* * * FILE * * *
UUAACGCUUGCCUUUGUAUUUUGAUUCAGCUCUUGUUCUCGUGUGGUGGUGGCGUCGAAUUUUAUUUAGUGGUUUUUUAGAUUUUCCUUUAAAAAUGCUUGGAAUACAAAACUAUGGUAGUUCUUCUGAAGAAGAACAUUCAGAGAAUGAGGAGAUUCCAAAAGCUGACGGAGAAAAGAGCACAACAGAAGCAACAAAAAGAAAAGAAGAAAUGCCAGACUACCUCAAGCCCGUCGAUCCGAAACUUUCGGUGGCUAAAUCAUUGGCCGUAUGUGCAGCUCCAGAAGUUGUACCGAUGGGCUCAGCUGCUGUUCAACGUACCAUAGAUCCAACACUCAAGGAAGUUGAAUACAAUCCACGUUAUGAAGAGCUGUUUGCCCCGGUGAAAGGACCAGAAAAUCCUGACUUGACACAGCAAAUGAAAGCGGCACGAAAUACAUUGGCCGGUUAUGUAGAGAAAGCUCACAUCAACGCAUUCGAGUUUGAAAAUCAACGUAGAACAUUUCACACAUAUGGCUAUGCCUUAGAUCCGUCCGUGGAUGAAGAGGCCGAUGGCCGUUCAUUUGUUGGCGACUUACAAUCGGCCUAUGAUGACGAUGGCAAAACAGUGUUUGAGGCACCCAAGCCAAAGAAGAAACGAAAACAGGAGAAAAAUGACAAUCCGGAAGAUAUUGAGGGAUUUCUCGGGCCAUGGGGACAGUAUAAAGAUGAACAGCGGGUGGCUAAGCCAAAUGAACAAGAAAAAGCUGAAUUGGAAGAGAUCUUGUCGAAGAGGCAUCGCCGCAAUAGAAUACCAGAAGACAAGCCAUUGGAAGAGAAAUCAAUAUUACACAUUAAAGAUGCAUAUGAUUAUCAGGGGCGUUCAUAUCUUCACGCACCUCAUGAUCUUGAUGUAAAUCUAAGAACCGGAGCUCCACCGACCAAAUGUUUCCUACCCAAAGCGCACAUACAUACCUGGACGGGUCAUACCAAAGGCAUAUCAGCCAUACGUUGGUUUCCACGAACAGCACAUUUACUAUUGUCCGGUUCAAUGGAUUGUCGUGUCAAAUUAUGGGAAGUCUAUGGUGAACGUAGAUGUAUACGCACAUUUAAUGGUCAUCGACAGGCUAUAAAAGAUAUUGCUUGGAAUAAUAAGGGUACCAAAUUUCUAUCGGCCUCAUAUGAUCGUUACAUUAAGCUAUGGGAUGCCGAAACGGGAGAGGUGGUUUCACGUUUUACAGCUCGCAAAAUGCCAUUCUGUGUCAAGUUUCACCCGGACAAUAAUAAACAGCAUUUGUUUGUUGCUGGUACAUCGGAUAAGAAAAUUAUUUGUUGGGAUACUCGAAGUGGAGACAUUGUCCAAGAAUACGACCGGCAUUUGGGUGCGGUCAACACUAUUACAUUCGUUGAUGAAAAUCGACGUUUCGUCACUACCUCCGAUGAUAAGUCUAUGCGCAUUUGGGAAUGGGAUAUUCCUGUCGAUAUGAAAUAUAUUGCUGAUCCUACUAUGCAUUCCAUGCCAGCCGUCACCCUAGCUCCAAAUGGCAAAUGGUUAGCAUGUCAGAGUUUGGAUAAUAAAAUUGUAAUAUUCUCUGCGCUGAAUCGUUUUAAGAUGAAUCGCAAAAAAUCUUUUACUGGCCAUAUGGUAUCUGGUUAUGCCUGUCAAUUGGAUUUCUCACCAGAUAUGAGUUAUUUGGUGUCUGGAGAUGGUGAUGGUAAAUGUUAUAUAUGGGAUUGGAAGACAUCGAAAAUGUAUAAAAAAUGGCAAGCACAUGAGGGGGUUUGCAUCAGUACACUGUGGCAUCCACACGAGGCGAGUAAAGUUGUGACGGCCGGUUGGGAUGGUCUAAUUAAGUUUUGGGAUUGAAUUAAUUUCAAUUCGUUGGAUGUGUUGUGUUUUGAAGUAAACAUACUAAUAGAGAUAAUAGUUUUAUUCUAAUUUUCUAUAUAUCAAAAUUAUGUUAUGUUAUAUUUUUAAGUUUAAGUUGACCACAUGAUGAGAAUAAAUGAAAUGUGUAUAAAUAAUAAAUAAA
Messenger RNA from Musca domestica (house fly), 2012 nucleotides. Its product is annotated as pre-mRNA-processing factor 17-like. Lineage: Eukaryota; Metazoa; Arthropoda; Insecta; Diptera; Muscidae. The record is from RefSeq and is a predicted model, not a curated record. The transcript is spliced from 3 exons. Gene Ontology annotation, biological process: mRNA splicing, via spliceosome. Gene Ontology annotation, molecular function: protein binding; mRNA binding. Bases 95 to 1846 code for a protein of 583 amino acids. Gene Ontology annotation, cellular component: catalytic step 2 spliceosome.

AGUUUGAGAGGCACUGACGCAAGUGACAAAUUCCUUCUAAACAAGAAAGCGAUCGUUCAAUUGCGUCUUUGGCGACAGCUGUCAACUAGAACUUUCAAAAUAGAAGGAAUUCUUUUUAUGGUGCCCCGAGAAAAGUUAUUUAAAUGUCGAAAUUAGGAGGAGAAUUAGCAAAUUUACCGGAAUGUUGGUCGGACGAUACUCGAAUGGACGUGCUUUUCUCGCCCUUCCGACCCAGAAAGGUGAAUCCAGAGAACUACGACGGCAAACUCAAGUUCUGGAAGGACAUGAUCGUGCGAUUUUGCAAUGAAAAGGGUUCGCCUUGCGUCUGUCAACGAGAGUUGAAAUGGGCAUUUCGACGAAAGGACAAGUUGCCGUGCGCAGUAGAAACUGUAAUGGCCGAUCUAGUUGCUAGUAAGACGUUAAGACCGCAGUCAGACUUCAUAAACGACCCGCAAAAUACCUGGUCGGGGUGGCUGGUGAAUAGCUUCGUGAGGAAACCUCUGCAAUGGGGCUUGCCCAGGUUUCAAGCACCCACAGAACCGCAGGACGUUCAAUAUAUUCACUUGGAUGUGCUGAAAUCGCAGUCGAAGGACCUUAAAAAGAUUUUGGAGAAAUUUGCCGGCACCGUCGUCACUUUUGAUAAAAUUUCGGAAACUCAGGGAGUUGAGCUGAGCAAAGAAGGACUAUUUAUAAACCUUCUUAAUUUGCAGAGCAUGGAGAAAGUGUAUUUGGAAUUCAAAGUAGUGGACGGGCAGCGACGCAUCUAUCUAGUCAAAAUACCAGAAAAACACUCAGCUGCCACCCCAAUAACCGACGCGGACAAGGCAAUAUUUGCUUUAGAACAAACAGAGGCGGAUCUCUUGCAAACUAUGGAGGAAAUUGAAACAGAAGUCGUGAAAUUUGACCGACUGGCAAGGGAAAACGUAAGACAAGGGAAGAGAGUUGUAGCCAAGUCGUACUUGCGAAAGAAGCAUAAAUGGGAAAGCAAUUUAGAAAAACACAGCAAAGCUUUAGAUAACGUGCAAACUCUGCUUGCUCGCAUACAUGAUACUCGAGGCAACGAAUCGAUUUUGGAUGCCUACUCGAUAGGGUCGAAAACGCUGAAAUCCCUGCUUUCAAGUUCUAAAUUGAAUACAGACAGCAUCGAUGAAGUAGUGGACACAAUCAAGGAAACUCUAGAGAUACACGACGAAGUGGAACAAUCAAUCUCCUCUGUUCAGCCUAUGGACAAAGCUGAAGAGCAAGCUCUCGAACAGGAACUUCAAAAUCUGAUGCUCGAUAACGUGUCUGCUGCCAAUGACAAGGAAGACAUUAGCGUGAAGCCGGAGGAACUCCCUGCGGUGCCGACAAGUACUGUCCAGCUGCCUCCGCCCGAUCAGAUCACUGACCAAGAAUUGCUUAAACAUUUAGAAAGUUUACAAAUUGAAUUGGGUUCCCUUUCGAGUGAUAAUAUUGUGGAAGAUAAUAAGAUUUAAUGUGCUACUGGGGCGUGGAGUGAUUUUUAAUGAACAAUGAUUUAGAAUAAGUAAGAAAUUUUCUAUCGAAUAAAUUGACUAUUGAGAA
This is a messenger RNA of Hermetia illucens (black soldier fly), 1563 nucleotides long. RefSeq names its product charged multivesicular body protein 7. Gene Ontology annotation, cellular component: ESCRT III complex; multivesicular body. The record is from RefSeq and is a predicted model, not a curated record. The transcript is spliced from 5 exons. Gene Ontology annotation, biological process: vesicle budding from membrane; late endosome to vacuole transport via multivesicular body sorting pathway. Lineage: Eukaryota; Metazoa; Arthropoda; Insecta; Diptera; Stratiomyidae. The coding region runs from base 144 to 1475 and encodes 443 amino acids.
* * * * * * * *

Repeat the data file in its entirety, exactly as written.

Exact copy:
UUAACGCUUGCCUUUGUAUUUUGAUUCAGCUCUUGUUCUCGUGUGGUGGUGGCGUCGAAUUUUAUUUAGUGGUUUUUUAGAUUUUCCUUUAAAAAUGCUUGGAAUACAAAACUAUGGUAGUUCUUCUGAAGAAGAACAUUCAGAGAAUGAGGAGAUUCCAAAAGCUGACGGAGAAAAGAGCACAACAGAAGCAACAAAAAGAAAAGAAGAAAUGCCAGACUACCUCAAGCCCGUCGAUCCGAAACUUUCGGUGGCUAAAUCAUUGGCCGUAUGUGCAGCUCCAGAAGUUGUACCGAUGGGCUCAGCUGCUGUUCAACGUACCAUAGAUCCAACACUCAAGGAAGUUGAAUACAAUCCACGUUAUGAAGAGCUGUUUGCCCCGGUGAAAGGACCAGAAAAUCCUGACUUGACACAGCAAAUGAAAGCGGCACGAAAUACAUUGGCCGGUUAUGUAGAGAAAGCUCACAUCAACGCAUUCGAGUUUGAAAAUCAACGUAGAACAUUUCACACAUAUGGCUAUGCCUUAGAUCCGUCCGUGGAUGAAGAGGCCGAUGGCCGUUCAUUUGUUGGCGACUUACAAUCGGCCUAUGAUGACGAUGGCAAAACAGUGUUUGAGGCACCCAAGCCAAAGAAGAAACGAAAACAGGAGAAAAAUGACAAUCCGGAAGAUAUUGAGGGAUUUCUCGGGCCAUGGGGACAGUAUAAAGAUGAACAGCGGGUGGCUAAGCCAAAUGAACAAGAAAAAGCUGAAUUGGAAGAGAUCUUGUCGAAGAGGCAUCGCCGCAAUAGAAUACCAGAAGACAAGCCAUUGGAAGAGAAAUCAAUAUUACACAUUAAAGAUGCAUAUGAUUAUCAGGGGCGUUCAUAUCUUCACGCACCUCAUGAUCUUGAUGUAAAUCUAAGAACCGGAGCUCCACCGACCAAAUGUUUCCUACCCAAAGCGCACAUACAUACCUGGACGGGUCAUACCAAAGGCAUAUCAGCCAUACGUUGGUUUCCACGAACAGCACAUUUACUAUUGUCCGGUUCAAUGGAUUGUCGUGUCAAAUUAUGGGAAGUCUAUGGUGAACGUAGAUGUAUACGCACAUUUAAUGGUCAUCGACAGGCUAUAAAAGAUAUUGCUUGGAAUAAUAAGGGUACCAAAUUUCUAUCGGCCUCAUAUGAUCGUUACAUUAAGCUAUGGGAUGCCGAAACGGGAGAGGUGGUUUCACGUUUUACAGCUCGCAAAAUGCCAUUCUGUGUCAAGUUUCACCCGGACAAUAAUAAACAGCAUUUGUUUGUUGCUGGUACAUCGGAUAAGAAAAUUAUUUGUUGGGAUACUCGAAGUGGAGACAUUGUCCAAGAAUACGACCGGCAUUUGGGUGCGGUCAACACUAUUACAUUCGUUGAUGAAAAUCGACGUUUCGUCACUACCUCCGAUGAUAAGUCUAUGCGCAUUUGGGAAUGGGAUAUUCCUGUCGAUAUGAAAUAUAUUGCUGAUCCUACUAUGCAUUCCAUGCCAGCCGUCACCCUAGCUCCAAAUGGCAAAUGGUUAGCAUGUCAGAGUUUGGAUAAUAAAAUUGUAAUAUUCUCUGCGCUGAAUCGUUUUAAGAUGAAUCGCAAAAAAUCUUUUACUGGCCAUAUGGUAUCUGGUUAUGCCUGUCAAUUGGAUUUCUCACCAGAUAUGAGUUAUUUGGUGUCUGGAGAUGGUGAUGGUAAAUGUUAUAUAUGGGAUUGGAAGACAUCGAAAAUGUAUAAAAAAUGGCAAGCACAUGAGGGGGUUUGCAUCAGUACACUGUGGCAUCCACACGAGGCGAGUAAAGUUGUGACGGCCGGUUGGGAUGGUCUAAUUAAGUUUUGGGAUUGAAUUAAUUUCAAUUCGUUGGAUGUGUUGUGUUUUGAAGUAAACAUACUAAUAGAGAUAAUAGUUUUAUUCUAAUUUUCUAUAUAUCAAAAUUAUGUUAUGUUAUAUUUUUAAGUUUAAGUUGACCACAUGAUGAGAAUAAAUGAAAUGUGUAUAAAUAAUAAAUAAA
Messenger RNA from Musca domestica (house fly), 2012 nucleotides. Its product is annotated as pre-mRNA-processing factor 17-like. Lineage: Eukaryota; Metazoa; Arthropoda; Insecta; Diptera; Muscidae. The record is from RefSeq and is a predicted model, not a curated record. The transcript is spliced from 3 exons. Gene Ontology annotation, biological process: mRNA splicing, via spliceosome. Gene Ontology annotation, molecular function: protein binding; mRNA binding. Bases 95 to 1846 code for a protein of 583 amino acids. Gene Ontology annotation, cellular component: catalytic step 2 spliceosome.

AGUUUGAGAGGCACUGACGCAAGUGACAAAUUCCUUCUAAACAAGAAAGCGAUCGUUCAAUUGCGUCUUUGGCGACAGCUGUCAACUAGAACUUUCAAAAUAGAAGGAAUUCUUUUUAUGGUGCCCCGAGAAAAGUUAUUUAAAUGUCGAAAUUAGGAGGAGAAUUAGCAAAUUUACCGGAAUGUUGGUCGGACGAUACUCGAAUGGACGUGCUUUUCUCGCCCUUCCGACCCAGAAAGGUGAAUCCAGAGAACUACGACGGCAAACUCAAGUUCUGGAAGGACAUGAUCGUGCGAUUUUGCAAUGAAAAGGGUUCGCCUUGCGUCUGUCAACGAGAGUUGAAAUGGGCAUUUCGACGAAAGGACAAGUUGCCGUGCGCAGUAGAAACUGUAAUGGCCGAUCUAGUUGCUAGUAAGACGUUAAGACCGCAGUCAGACUUCAUAAACGACCCGCAAAAUACCUGGUCGGGGUGGCUGGUGAAUAGCUUCGUGAGGAAACCUCUGCAAUGGGGCUUGCCCAGGUUUCAAGCACCCACAGAACCGCAGGACGUUCAAUAUAUUCACUUGGAUGUGCUGAAAUCGCAGUCGAAGGACCUUAAAAAGAUUUUGGAGAAAUUUGCCGGCACCGUCGUCACUUUUGAUAAAAUUUCGGAAACUCAGGGAGUUGAGCUGAGCAAAGAAGGACUAUUUAUAAACCUUCUUAAUUUGCAGAGCAUGGAGAAAGUGUAUUUGGAAUUCAAAGUAGUGGACGGGCAGCGACGCAUCUAUCUAGUCAAAAUACCAGAAAAACACUCAGCUGCCACCCCAAUAACCGACGCGGACAAGGCAAUAUUUGCUUUAGAACAAACAGAGGCGGAUCUCUUGCAAACUAUGGAGGAAAUUGAAACAGAAGUCGUGAAAUUUGACCGACUGGCAAGGGAAAACGUAAGACAAGGGAAGAGAGUUGUAGCCAAGUCGUACUUGCGAAAGAAGCAUAAAUGGGAAAGCAAUUUAGAAAAACACAGCAAAGCUUUAGAUAACGUGCAAACUCUGCUUGCUCGCAUACAUGAUACUCGAGGCAACGAAUCGAUUUUGGAUGCCUACUCGAUAGGGUCGAAAACGCUGAAAUCCCUGCUUUCAAGUUCUAAAUUGAAUACAGACAGCAUCGAUGAAGUAGUGGACACAAUCAAGGAAACUCUAGAGAUACACGACGAAGUGGAACAAUCAAUCUCCUCUGUUCAGCCUAUGGACAAAGCUGAAGAGCAAGCUCUCGAACAGGAACUUCAAAAUCUGAUGCUCGAUAACGUGUCUGCUGCCAAUGACAAGGAAGACAUUAGCGUGAAGCCGGAGGAACUCCCUGCGGUGCCGACAAGUACUGUCCAGCUGCCUCCGCCCGAUCAGAUCACUGACCAAGAAUUGCUUAAACAUUUAGAAAGUUUACAAAUUGAAUUGGGUUCCCUUUCGAGUGAUAAUAUUGUGGAAGAUAAUAAGAUUUAAUGUGCUACUGGGGCGUGGAGUGAUUUUUAAUGAACAAUGAUUUAGAAUAAGUAAGAAAUUUUCUAUCGAAUAAAUUGACUAUUGAGAA
This is a messenger RNA of Hermetia illucens (black soldier fly), 1563 nucleotides long. RefSeq names its product charged multivesicular body protein 7. Gene Ontology annotation, cellular component: ESCRT III complex; multivesicular body. The record is from RefSeq and is a predicted model, not a curated record. The transcript is spliced from 5 exons. Gene Ontology annotation, biological process: vesicle budding from membrane; late endosome to vacuole transport via multivesicular body sorting pathway. Lineage: Eukaryota; Metazoa; Arthropoda; Insecta; Diptera; Stratiomyidae. The coding region runs from base 144 to 1475 and encodes 443 amino acids.